Friends and family of the victim and suspects flooded the courtroom where four teens accused of beating to death a USC graduate student from China appeared Tuesday. Their arraignment has now been postponed to August 12.
The four are accused of killing Xinran Ji during a crime spree that included the robbery and assault of several victims on the night of July 23 and early hours of the 24th.
Prosecutors say Jonathan Del Carmen, 19; Andrew Garcia, 18; Alberto Ochoa, 17; and Alejandra Guerrero, 16, face charges that include one count of murder each with a special circumstance of murder in the course of an attempted robbery. Three face a special allegation that they used a dangerous weapon — a baseball bat.
The D.A.'s office tells KPCC that the two underaged suspects are being charged as adults.
Prosecutors say Ji was hit in the head with the bat and managed to make his way home, but died sometime in the following hours. Several of the accused are suspected driving to Dockweiller Beach after attacking Ji and assaulting another man with a bat before police caught up with them.
George He, a friend of the family of the victim, Xinran Ji, read a statement from his parents. They haven't been able to get a visa to travel to the U.S. and said they just want to see their son a final time.
"We are extremely angry about this horrific act of violence and we hope that the criminals are severely punished," He read of behalf of Ji's parents. "Even though Xinran lived within the USC patrol area he was still killed. We are deeply concerned about other students at USC, particularly the 3,700 Chinese students there. We do not want to see another incident like this. No parent should have to bear this pain."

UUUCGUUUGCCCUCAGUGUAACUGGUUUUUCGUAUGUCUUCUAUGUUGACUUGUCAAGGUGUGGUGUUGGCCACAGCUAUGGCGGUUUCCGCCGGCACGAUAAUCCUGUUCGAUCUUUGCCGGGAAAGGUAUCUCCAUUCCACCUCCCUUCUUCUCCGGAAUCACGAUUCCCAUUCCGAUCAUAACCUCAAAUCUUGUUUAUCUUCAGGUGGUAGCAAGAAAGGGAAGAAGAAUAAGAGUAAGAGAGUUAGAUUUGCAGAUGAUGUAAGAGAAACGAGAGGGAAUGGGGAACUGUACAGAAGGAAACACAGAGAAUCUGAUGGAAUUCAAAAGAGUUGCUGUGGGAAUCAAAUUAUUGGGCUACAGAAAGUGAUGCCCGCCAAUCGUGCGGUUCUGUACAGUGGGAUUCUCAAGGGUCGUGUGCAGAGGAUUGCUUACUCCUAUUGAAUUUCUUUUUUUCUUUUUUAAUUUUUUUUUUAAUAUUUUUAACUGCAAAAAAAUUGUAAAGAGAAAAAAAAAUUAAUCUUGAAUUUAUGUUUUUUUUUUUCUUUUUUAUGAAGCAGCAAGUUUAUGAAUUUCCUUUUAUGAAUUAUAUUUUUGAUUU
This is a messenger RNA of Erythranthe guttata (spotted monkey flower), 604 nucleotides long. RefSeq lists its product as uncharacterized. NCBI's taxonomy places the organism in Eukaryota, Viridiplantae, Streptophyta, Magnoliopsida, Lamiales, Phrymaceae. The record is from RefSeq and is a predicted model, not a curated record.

Family members of Andrew Garcia, an 18 year-old charged in the crimes, yelled words of encouragement to Garcia as they left the courtroom. Outside, his brother Chris told reporters that his brother was picked up that night by friends who told him they were just going to the beach — that his brother would never have gone along on a crime spree.
"Andrew wouldn't do this. He's just not that kind of person," Chris Garcia said. "To get mad and yelling, Andrew's not like that. He's a special needs student."
If convicted, two of the teens, who are adults, could face the death penalty. The juveniles charged in the case face life in prison.
The school's reputation has already suffered a blow overseas. In 2012, two USC students from China were fatally shot during an off-campus robbery.
You can read the full complaint here: